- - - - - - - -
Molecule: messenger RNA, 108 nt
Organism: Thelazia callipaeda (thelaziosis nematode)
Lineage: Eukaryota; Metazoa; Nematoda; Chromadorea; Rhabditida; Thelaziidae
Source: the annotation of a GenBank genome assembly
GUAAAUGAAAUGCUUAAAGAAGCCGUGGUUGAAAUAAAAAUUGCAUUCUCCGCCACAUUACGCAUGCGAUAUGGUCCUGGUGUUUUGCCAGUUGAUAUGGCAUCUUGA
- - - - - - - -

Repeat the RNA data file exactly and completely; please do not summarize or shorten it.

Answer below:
Molecule: messenger RNA, 108 nt
Organism: Thelazia callipaeda (thelaziosis nematode)
Lineage: Eukaryota; Metazoa; Nematoda; Chromadorea; Rhabditida; Thelaziidae
Source: the annotation of a GenBank genome assembly
GUAAAUGAAAUGCUUAAAGAAGCCGUGGUUGAAAUAAAAAUUGCAUUCUCCGCCACAUUACGCAUGCGAUAUGGUCCUGGUGUUUUGCCAGUUGAUAUGGCAUCUUGA